Green revolution breeding programs favored grain production over stem production leaving less carbon for the soil.

  17. different clue

    The need for riverloads of standing water to grow rice with has been raised as a problem for ricegrowing in tomorrow’s water short future.

    A system for growing more rice with less water involving intensive hand labor by the same huge numbers of live-in-place farmers as are ALREADY THERE ALREADY ANYWAY has been developed. it is called the System of Rice Intensification.

    And I wonder if versions of such systems couldn’t be altered around for growing various food in suburban settings, thereby setting even more broadacre farmland even more free to focus on carbon suckdown and in-soil storage.

  18. IDontKnow

    Interesting units of measure, carbons. Do those charts refer to carbon atoms, carbon containing molecules, grams of carbon? Looks a little quack, quack, but then as noted, it is coming from Gist.

    1. different clue

      Oh I wouldn’t say quack on purpose, just maybe over-sloppy and over-breezily over-happy. Someone somewhere should know just exactly what “carbon” in these charts really refers to. Once an agreed-upon-definition of “carbon” is firmly fixed, then analysis may proceed.

  19. TheCatSaid

    The Savory Institute has done ground-breaking work in this, in which holistic management–including livestock in many cases–builds productivity, biodiversity, and rapidly increasing soil depth and soil vitality. One of the key findings is that “old ways” of doing research didn’t make sense when one was studying impact on the big picture over time. These conventional research methods were not asking relevant questions. Savory found they had to develop new ways of measuring and tracking, and to formulate different research hypotheses.

    Also, holistic management is by definition unique to a given set of circumstances including the relevant human/stakeholder goals. One can use adjoining “conventionally farmed” land as a control, and can thereby demonstrate the success of holistic management in multiple ways (biodiversity growth, animal health, harvest size, root depth, microbial/insect diversity, mineral content of soil–and ECONOMIC success as well).

    There are loads of great videos and materials online. Here’s the main website. However–warning–Savory is an amazing speaker and human being and ditto for speakers at his conferences. On more than one occasion I’ve stayed up all night watching and learning, because I couldn’t tear myself away.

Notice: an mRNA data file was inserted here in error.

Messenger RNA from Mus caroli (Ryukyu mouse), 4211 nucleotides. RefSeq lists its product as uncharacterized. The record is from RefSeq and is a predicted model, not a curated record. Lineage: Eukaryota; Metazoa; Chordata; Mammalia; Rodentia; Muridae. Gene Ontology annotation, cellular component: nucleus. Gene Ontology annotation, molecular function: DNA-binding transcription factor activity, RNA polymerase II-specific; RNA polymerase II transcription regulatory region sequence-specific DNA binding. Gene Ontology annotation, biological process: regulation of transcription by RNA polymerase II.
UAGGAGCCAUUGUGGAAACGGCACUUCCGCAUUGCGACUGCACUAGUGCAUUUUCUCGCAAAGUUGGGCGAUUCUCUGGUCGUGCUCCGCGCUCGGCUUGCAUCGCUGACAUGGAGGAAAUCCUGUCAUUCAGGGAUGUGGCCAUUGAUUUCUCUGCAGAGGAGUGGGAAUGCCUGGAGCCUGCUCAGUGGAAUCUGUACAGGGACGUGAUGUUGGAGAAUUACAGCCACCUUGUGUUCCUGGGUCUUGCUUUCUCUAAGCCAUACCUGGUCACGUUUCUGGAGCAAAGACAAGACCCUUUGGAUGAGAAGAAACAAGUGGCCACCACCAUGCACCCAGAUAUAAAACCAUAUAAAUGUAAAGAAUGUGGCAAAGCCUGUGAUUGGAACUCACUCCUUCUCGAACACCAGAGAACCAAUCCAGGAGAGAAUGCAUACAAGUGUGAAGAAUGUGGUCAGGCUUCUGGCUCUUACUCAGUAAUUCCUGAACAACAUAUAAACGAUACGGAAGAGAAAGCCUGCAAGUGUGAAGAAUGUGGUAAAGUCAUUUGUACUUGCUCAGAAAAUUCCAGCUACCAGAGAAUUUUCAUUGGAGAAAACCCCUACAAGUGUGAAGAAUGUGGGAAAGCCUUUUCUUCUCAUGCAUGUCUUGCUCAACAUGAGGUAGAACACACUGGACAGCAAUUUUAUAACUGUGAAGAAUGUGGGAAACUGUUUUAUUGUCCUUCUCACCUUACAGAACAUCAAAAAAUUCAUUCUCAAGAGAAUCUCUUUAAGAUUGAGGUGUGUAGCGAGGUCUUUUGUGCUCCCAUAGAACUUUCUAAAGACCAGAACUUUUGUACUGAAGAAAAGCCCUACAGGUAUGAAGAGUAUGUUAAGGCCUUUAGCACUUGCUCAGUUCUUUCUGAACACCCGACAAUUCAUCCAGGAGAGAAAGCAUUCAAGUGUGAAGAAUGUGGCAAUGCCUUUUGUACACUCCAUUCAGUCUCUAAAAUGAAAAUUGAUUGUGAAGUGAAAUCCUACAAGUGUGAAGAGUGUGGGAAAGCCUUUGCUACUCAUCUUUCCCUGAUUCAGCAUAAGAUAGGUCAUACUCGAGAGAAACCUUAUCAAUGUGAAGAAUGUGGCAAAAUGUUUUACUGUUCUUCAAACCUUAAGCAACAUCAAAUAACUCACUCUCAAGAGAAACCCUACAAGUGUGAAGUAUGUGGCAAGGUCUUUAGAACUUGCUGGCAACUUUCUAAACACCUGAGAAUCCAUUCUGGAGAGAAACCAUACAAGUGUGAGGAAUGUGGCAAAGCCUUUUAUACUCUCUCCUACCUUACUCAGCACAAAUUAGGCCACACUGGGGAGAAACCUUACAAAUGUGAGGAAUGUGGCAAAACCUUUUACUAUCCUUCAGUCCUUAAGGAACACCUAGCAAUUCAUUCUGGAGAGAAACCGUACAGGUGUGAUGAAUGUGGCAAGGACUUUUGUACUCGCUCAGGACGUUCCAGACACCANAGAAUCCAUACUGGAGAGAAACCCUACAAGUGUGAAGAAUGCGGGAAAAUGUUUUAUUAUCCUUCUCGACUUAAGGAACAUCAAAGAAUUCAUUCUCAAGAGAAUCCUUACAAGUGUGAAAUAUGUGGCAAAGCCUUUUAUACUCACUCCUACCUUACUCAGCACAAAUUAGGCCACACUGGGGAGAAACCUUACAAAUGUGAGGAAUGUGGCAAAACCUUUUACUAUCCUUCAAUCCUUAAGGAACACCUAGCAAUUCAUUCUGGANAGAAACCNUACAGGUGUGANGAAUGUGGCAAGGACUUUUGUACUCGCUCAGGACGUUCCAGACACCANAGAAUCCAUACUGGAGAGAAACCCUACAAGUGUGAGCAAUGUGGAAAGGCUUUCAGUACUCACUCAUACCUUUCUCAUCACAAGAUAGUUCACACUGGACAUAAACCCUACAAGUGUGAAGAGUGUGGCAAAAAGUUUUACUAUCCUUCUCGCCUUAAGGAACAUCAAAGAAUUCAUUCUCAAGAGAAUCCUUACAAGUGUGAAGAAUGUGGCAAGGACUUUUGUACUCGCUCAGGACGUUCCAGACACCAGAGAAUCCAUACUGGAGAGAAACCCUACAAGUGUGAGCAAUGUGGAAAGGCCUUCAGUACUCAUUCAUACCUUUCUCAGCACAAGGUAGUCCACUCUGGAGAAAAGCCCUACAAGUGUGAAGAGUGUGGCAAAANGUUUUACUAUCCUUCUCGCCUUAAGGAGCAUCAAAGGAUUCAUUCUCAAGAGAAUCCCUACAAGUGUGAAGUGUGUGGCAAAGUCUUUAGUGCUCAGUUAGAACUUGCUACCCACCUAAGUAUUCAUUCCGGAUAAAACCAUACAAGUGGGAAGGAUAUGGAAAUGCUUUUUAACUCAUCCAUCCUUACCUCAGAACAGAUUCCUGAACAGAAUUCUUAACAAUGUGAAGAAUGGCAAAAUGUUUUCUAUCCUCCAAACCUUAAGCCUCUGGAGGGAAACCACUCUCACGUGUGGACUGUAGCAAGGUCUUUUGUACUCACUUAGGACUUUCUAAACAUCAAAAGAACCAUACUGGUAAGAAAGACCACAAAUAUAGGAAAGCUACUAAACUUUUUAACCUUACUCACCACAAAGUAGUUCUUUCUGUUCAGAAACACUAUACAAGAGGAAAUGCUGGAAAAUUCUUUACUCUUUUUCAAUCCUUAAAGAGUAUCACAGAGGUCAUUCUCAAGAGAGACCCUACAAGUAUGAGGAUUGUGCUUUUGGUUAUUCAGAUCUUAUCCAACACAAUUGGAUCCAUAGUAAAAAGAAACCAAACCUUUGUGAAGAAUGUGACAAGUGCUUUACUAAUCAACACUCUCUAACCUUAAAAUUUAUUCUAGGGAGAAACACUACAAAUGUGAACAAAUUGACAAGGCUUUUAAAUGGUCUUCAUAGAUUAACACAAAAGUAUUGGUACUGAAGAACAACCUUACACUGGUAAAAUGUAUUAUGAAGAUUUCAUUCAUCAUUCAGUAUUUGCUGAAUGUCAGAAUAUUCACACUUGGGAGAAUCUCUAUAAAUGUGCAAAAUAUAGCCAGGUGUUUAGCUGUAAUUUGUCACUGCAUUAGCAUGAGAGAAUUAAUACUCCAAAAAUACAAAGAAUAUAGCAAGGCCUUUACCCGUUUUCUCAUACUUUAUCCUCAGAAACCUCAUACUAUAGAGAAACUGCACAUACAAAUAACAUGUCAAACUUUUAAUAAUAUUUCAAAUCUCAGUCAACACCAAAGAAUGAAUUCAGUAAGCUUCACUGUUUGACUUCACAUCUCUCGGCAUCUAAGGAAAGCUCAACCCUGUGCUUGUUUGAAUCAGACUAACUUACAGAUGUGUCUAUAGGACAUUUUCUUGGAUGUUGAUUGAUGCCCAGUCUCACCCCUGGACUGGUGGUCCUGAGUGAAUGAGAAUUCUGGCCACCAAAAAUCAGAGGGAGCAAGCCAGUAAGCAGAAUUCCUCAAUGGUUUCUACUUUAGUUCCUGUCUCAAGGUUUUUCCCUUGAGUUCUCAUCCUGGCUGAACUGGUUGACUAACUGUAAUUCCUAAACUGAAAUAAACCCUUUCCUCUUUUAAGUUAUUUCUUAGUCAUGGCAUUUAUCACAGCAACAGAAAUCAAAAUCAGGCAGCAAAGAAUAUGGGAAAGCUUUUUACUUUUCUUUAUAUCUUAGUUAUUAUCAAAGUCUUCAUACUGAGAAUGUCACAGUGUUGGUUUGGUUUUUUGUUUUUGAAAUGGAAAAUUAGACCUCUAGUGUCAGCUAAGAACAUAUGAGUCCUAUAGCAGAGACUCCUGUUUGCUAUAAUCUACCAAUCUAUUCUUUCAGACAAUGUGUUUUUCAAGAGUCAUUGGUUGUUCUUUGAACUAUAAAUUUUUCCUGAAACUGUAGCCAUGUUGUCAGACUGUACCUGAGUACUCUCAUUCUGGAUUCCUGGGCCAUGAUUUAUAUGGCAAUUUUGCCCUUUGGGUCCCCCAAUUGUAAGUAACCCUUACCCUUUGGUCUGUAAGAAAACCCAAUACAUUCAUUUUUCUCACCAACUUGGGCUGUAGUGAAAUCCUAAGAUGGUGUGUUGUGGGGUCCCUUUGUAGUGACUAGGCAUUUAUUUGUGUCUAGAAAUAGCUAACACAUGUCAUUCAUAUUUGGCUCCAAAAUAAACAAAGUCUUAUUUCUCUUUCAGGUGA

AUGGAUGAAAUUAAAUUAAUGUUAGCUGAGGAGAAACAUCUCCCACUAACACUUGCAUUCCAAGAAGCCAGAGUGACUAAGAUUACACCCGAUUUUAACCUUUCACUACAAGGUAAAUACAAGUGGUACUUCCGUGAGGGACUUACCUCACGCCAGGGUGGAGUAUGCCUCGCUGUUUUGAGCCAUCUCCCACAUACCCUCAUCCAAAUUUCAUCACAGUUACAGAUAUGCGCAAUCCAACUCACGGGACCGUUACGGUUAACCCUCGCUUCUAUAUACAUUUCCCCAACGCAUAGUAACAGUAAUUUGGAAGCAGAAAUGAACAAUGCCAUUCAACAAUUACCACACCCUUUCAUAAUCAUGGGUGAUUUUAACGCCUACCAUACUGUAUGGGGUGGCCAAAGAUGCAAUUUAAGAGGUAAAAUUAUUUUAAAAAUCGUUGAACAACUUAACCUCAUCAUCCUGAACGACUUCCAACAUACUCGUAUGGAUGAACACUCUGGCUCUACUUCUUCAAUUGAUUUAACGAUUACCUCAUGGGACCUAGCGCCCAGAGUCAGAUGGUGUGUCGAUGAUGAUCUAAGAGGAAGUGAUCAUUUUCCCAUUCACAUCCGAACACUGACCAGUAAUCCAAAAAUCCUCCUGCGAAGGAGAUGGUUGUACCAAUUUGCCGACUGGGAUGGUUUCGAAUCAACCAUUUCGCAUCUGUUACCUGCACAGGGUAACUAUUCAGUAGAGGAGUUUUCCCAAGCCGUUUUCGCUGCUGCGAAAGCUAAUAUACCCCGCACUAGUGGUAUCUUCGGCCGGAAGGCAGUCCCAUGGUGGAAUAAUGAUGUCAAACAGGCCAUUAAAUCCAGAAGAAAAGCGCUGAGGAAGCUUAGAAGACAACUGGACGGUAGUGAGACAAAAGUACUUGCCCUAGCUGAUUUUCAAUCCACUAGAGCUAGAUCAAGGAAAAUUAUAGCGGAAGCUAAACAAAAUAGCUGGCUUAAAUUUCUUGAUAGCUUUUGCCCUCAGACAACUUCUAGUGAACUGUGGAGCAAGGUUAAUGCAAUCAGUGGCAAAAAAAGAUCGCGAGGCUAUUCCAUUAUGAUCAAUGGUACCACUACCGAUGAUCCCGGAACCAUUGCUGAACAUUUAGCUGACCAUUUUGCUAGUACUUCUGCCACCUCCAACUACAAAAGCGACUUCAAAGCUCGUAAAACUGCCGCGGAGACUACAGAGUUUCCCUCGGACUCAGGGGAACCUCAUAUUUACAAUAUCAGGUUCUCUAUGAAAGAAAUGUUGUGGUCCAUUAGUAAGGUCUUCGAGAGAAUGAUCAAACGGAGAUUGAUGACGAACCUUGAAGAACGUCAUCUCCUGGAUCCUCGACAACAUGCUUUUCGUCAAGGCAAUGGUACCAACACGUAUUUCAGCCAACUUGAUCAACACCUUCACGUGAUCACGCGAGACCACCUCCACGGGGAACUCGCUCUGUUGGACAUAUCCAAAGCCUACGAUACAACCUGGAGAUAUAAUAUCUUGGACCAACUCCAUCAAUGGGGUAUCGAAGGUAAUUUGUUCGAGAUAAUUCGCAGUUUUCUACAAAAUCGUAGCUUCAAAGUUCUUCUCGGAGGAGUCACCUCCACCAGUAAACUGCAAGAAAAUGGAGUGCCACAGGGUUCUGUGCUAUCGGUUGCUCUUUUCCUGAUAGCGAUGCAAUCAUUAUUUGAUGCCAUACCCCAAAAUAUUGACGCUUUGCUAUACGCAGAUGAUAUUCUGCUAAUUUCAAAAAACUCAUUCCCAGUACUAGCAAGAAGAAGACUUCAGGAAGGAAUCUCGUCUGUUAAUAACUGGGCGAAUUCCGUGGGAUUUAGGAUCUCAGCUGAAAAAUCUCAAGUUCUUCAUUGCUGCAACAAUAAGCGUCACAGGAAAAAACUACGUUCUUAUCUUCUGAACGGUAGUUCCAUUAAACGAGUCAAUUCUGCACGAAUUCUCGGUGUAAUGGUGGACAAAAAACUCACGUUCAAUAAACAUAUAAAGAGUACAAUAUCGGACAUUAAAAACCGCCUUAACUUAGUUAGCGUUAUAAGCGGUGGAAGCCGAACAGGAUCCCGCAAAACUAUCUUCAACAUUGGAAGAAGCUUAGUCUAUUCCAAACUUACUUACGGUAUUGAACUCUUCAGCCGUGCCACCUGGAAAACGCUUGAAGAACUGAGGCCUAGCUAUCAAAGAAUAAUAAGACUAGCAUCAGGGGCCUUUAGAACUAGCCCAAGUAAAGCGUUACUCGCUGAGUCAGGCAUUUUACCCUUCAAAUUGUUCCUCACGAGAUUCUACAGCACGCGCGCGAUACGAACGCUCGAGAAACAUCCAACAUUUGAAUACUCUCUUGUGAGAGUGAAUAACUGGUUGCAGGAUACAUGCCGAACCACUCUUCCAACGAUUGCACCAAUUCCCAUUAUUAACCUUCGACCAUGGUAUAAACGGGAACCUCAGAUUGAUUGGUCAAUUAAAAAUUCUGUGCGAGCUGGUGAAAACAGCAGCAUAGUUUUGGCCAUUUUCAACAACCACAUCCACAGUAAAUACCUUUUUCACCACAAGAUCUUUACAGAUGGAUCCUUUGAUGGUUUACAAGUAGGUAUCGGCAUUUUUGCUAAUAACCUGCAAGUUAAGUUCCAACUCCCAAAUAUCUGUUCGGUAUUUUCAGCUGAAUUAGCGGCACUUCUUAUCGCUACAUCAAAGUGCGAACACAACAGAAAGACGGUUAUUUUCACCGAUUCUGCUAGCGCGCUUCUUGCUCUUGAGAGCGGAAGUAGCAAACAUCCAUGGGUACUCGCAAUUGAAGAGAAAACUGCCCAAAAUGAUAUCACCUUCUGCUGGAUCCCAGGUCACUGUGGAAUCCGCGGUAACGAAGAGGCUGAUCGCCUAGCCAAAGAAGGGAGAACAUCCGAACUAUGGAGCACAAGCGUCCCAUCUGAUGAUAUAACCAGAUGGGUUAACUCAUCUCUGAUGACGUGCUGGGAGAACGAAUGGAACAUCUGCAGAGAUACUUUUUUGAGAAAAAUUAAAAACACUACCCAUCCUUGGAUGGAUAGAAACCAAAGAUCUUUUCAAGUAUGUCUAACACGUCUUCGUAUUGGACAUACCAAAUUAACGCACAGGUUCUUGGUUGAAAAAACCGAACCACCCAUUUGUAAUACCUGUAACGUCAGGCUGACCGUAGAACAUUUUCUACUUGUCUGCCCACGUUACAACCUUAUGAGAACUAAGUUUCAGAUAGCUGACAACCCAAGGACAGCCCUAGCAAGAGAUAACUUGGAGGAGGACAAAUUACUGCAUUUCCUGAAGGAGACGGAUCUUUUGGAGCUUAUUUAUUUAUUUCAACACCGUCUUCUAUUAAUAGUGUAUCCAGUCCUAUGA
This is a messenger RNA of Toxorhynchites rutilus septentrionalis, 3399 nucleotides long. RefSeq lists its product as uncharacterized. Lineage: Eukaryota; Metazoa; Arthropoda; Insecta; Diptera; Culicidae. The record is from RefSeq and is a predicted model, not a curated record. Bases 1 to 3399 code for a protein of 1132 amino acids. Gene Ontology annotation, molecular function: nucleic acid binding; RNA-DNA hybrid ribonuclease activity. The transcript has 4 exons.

1. TheCatSaid

      For those not aware of Allan Savory, here’s snippet from the Savory Institute website:


      In the 1960s Zimbabwean wildlife biologist-farmer Allan Savory made a significant breakthrough in understanding what was causing the degradation and desertification of the world’s grassland ecosystems and developed a way to restore the land to health using livestock as his primary tool.

      For centuries we believed livestock were a major cause of desertification, but Savory’s research showed that the cause lay in how those livestock were managed. His solution involved mimicking the behavior of the formerly vast herds of wild grazing animals he had witnessed as a young biologist. He devised a simple method any pastoralist can use to move massive amounts of carbon and water from the atmosphere back to the soil and begin reversing thousands of years of human-caused desertification – on the scale required, which no technology imaginable can accomplish. In the process, we can feed more people and enhance societal well-being.

      While the impetus for Savory’s research was desertification, the principles of holistic management can be applied to any environment, including those with plenty of rainfall. The principles have been successfully applied all over the world, leading quickly to deeper, healthy soils (carbon sequestration!) as well as improved yield (livestock, crops, dairy) and healthier environments, economic regeneration and stability, and more. The specific solutions are different depending on the location and human goals.

  20. pslebow

    I don’t see anything in the report describing the actual size of potential carbon sink compared to what the world experiences now. Of course, the elephant in the room ignored by all main stream progressives is that animal agriculture generates more than 50% of green house gas emissions (Goodland and Anhang –
    World Bank report). Never mind the devastation of the rain forests for feed crop and the rape of our oceans. An acre of animal feed crop can only feed about one seventh the amount of people that same acre could feed if eaten directly.